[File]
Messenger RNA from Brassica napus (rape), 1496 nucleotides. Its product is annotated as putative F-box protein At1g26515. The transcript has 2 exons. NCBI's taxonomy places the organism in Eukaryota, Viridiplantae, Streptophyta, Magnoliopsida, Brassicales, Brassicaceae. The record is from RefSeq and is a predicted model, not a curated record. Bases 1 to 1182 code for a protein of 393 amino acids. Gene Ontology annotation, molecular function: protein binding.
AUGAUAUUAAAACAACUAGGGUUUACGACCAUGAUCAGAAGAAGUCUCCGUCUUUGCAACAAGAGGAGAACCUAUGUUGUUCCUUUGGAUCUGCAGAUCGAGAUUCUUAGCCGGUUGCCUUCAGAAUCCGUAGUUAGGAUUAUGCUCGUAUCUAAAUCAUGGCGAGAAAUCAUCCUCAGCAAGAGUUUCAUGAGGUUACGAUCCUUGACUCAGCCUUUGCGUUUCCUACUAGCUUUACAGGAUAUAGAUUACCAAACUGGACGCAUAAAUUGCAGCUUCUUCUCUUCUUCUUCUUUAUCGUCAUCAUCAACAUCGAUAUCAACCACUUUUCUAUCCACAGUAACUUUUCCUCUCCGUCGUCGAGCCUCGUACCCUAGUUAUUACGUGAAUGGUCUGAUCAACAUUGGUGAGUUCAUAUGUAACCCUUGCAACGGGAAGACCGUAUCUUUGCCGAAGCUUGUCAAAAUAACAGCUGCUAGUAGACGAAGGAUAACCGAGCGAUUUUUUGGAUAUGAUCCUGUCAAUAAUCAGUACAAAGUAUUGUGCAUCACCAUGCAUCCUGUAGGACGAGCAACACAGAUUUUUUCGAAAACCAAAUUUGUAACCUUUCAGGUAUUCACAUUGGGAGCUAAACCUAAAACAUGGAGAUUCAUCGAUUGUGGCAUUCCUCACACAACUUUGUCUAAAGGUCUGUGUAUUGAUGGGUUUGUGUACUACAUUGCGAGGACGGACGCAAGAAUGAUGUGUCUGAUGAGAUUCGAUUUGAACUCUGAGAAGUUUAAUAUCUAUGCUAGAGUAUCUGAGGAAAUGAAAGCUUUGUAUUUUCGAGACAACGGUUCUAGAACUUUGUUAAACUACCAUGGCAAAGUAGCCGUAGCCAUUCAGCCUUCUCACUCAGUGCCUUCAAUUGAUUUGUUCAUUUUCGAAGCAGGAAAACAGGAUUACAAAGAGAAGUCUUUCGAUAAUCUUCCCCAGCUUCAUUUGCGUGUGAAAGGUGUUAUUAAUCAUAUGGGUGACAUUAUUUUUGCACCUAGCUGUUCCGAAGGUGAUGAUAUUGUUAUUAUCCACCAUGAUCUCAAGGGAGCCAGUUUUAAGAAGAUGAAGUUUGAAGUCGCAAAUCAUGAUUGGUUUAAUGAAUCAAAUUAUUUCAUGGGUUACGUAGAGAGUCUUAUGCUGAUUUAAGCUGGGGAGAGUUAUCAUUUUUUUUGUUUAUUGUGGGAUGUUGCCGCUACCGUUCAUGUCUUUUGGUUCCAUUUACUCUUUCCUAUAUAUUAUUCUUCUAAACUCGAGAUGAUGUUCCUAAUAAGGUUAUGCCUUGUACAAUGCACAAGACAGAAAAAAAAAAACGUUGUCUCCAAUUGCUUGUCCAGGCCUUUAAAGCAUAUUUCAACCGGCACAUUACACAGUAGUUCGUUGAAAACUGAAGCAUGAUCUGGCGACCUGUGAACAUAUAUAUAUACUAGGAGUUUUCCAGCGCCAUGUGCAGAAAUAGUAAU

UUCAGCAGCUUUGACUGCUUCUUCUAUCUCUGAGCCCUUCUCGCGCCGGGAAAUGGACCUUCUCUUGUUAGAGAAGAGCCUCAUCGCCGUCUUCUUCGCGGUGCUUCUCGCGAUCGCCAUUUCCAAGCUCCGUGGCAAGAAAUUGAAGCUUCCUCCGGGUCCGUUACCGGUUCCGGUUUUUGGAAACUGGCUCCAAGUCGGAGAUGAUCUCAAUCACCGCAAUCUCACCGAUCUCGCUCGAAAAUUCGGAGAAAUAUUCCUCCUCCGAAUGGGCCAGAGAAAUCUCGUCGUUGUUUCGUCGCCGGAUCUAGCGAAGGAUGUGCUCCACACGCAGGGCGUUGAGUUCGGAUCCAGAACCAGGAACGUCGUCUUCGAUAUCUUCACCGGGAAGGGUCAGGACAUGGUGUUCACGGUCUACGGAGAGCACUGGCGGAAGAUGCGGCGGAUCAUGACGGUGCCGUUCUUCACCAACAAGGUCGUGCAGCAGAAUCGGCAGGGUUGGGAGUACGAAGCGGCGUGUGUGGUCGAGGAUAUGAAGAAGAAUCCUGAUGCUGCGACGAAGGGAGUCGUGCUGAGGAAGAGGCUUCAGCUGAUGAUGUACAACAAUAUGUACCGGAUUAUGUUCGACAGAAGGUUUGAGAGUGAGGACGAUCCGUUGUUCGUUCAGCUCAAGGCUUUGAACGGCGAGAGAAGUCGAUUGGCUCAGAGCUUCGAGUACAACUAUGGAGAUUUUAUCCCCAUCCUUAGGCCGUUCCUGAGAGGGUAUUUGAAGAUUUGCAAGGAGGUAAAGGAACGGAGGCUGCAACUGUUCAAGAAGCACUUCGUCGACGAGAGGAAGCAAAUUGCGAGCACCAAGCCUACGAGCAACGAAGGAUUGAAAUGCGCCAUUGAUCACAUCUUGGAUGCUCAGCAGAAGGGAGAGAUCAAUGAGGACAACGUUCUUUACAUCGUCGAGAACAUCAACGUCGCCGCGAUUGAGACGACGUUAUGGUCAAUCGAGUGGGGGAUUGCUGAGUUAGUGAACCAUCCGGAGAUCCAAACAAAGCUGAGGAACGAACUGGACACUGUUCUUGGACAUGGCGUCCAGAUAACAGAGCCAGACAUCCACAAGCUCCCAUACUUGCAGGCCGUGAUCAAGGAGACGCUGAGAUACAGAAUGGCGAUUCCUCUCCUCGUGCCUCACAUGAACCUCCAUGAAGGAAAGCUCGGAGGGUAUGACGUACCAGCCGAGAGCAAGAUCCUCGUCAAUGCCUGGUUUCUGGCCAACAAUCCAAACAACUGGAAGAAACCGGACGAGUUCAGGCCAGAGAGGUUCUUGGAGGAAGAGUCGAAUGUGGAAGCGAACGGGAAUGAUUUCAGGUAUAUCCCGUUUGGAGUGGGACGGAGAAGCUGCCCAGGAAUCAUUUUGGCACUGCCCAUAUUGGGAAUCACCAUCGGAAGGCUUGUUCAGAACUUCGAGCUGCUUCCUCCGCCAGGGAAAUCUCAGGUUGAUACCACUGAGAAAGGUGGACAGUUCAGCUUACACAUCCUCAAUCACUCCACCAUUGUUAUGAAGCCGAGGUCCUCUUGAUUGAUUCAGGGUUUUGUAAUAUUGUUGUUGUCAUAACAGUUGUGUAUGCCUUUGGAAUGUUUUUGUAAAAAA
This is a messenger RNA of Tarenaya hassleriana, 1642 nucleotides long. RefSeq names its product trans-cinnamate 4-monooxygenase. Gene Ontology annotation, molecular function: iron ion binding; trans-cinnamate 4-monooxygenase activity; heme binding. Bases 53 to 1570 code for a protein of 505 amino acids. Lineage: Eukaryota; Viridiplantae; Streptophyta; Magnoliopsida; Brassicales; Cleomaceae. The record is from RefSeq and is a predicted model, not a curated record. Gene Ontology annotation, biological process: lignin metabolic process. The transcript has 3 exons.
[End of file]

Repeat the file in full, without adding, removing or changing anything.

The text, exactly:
Messenger RNA from Brassica napus (rape), 1496 nucleotides. Its product is annotated as putative F-box protein At1g26515. The transcript has 2 exons. NCBI's taxonomy places the organism in Eukaryota, Viridiplantae, Streptophyta, Magnoliopsida, Brassicales, Brassicaceae. The record is from RefSeq and is a predicted model, not a curated record. Bases 1 to 1182 code for a protein of 393 amino acids. Gene Ontology annotation, molecular function: protein binding.
AUGAUAUUAAAACAACUAGGGUUUACGACCAUGAUCAGAAGAAGUCUCCGUCUUUGCAACAAGAGGAGAACCUAUGUUGUUCCUUUGGAUCUGCAGAUCGAGAUUCUUAGCCGGUUGCCUUCAGAAUCCGUAGUUAGGAUUAUGCUCGUAUCUAAAUCAUGGCGAGAAAUCAUCCUCAGCAAGAGUUUCAUGAGGUUACGAUCCUUGACUCAGCCUUUGCGUUUCCUACUAGCUUUACAGGAUAUAGAUUACCAAACUGGACGCAUAAAUUGCAGCUUCUUCUCUUCUUCUUCUUUAUCGUCAUCAUCAACAUCGAUAUCAACCACUUUUCUAUCCACAGUAACUUUUCCUCUCCGUCGUCGAGCCUCGUACCCUAGUUAUUACGUGAAUGGUCUGAUCAACAUUGGUGAGUUCAUAUGUAACCCUUGCAACGGGAAGACCGUAUCUUUGCCGAAGCUUGUCAAAAUAACAGCUGCUAGUAGACGAAGGAUAACCGAGCGAUUUUUUGGAUAUGAUCCUGUCAAUAAUCAGUACAAAGUAUUGUGCAUCACCAUGCAUCCUGUAGGACGAGCAACACAGAUUUUUUCGAAAACCAAAUUUGUAACCUUUCAGGUAUUCACAUUGGGAGCUAAACCUAAAACAUGGAGAUUCAUCGAUUGUGGCAUUCCUCACACAACUUUGUCUAAAGGUCUGUGUAUUGAUGGGUUUGUGUACUACAUUGCGAGGACGGACGCAAGAAUGAUGUGUCUGAUGAGAUUCGAUUUGAACUCUGAGAAGUUUAAUAUCUAUGCUAGAGUAUCUGAGGAAAUGAAAGCUUUGUAUUUUCGAGACAACGGUUCUAGAACUUUGUUAAACUACCAUGGCAAAGUAGCCGUAGCCAUUCAGCCUUCUCACUCAGUGCCUUCAAUUGAUUUGUUCAUUUUCGAAGCAGGAAAACAGGAUUACAAAGAGAAGUCUUUCGAUAAUCUUCCCCAGCUUCAUUUGCGUGUGAAAGGUGUUAUUAAUCAUAUGGGUGACAUUAUUUUUGCACCUAGCUGUUCCGAAGGUGAUGAUAUUGUUAUUAUCCACCAUGAUCUCAAGGGAGCCAGUUUUAAGAAGAUGAAGUUUGAAGUCGCAAAUCAUGAUUGGUUUAAUGAAUCAAAUUAUUUCAUGGGUUACGUAGAGAGUCUUAUGCUGAUUUAAGCUGGGGAGAGUUAUCAUUUUUUUUGUUUAUUGUGGGAUGUUGCCGCUACCGUUCAUGUCUUUUGGUUCCAUUUACUCUUUCCUAUAUAUUAUUCUUCUAAACUCGAGAUGAUGUUCCUAAUAAGGUUAUGCCUUGUACAAUGCACAAGACAGAAAAAAAAAAACGUUGUCUCCAAUUGCUUGUCCAGGCCUUUAAAGCAUAUUUCAACCGGCACAUUACACAGUAGUUCGUUGAAAACUGAAGCAUGAUCUGGCGACCUGUGAACAUAUAUAUAUACUAGGAGUUUUCCAGCGCCAUGUGCAGAAAUAGUAAU

UUCAGCAGCUUUGACUGCUUCUUCUAUCUCUGAGCCCUUCUCGCGCCGGGAAAUGGACCUUCUCUUGUUAGAGAAGAGCCUCAUCGCCGUCUUCUUCGCGGUGCUUCUCGCGAUCGCCAUUUCCAAGCUCCGUGGCAAGAAAUUGAAGCUUCCUCCGGGUCCGUUACCGGUUCCGGUUUUUGGAAACUGGCUCCAAGUCGGAGAUGAUCUCAAUCACCGCAAUCUCACCGAUCUCGCUCGAAAAUUCGGAGAAAUAUUCCUCCUCCGAAUGGGCCAGAGAAAUCUCGUCGUUGUUUCGUCGCCGGAUCUAGCGAAGGAUGUGCUCCACACGCAGGGCGUUGAGUUCGGAUCCAGAACCAGGAACGUCGUCUUCGAUAUCUUCACCGGGAAGGGUCAGGACAUGGUGUUCACGGUCUACGGAGAGCACUGGCGGAAGAUGCGGCGGAUCAUGACGGUGCCGUUCUUCACCAACAAGGUCGUGCAGCAGAAUCGGCAGGGUUGGGAGUACGAAGCGGCGUGUGUGGUCGAGGAUAUGAAGAAGAAUCCUGAUGCUGCGACGAAGGGAGUCGUGCUGAGGAAGAGGCUUCAGCUGAUGAUGUACAACAAUAUGUACCGGAUUAUGUUCGACAGAAGGUUUGAGAGUGAGGACGAUCCGUUGUUCGUUCAGCUCAAGGCUUUGAACGGCGAGAGAAGUCGAUUGGCUCAGAGCUUCGAGUACAACUAUGGAGAUUUUAUCCCCAUCCUUAGGCCGUUCCUGAGAGGGUAUUUGAAGAUUUGCAAGGAGGUAAAGGAACGGAGGCUGCAACUGUUCAAGAAGCACUUCGUCGACGAGAGGAAGCAAAUUGCGAGCACCAAGCCUACGAGCAACGAAGGAUUGAAAUGCGCCAUUGAUCACAUCUUGGAUGCUCAGCAGAAGGGAGAGAUCAAUGAGGACAACGUUCUUUACAUCGUCGAGAACAUCAACGUCGCCGCGAUUGAGACGACGUUAUGGUCAAUCGAGUGGGGGAUUGCUGAGUUAGUGAACCAUCCGGAGAUCCAAACAAAGCUGAGGAACGAACUGGACACUGUUCUUGGACAUGGCGUCCAGAUAACAGAGCCAGACAUCCACAAGCUCCCAUACUUGCAGGCCGUGAUCAAGGAGACGCUGAGAUACAGAAUGGCGAUUCCUCUCCUCGUGCCUCACAUGAACCUCCAUGAAGGAAAGCUCGGAGGGUAUGACGUACCAGCCGAGAGCAAGAUCCUCGUCAAUGCCUGGUUUCUGGCCAACAAUCCAAACAACUGGAAGAAACCGGACGAGUUCAGGCCAGAGAGGUUCUUGGAGGAAGAGUCGAAUGUGGAAGCGAACGGGAAUGAUUUCAGGUAUAUCCCGUUUGGAGUGGGACGGAGAAGCUGCCCAGGAAUCAUUUUGGCACUGCCCAUAUUGGGAAUCACCAUCGGAAGGCUUGUUCAGAACUUCGAGCUGCUUCCUCCGCCAGGGAAAUCUCAGGUUGAUACCACUGAGAAAGGUGGACAGUUCAGCUUACACAUCCUCAAUCACUCCACCAUUGUUAUGAAGCCGAGGUCCUCUUGAUUGAUUCAGGGUUUUGUAAUAUUGUUGUUGUCAUAACAGUUGUGUAUGCCUUUGGAAUGUUUUUGUAAAAAA
This is a messenger RNA of Tarenaya hassleriana, 1642 nucleotides long. RefSeq names its product trans-cinnamate 4-monooxygenase. Gene Ontology annotation, molecular function: iron ion binding; trans-cinnamate 4-monooxygenase activity; heme binding. Bases 53 to 1570 code for a protein of 505 amino acids. Lineage: Eukaryota; Viridiplantae; Streptophyta; Magnoliopsida; Brassicales; Cleomaceae. The record is from RefSeq and is a predicted model, not a curated record. Gene Ontology annotation, biological process: lignin metabolic process. The transcript has 3 exons.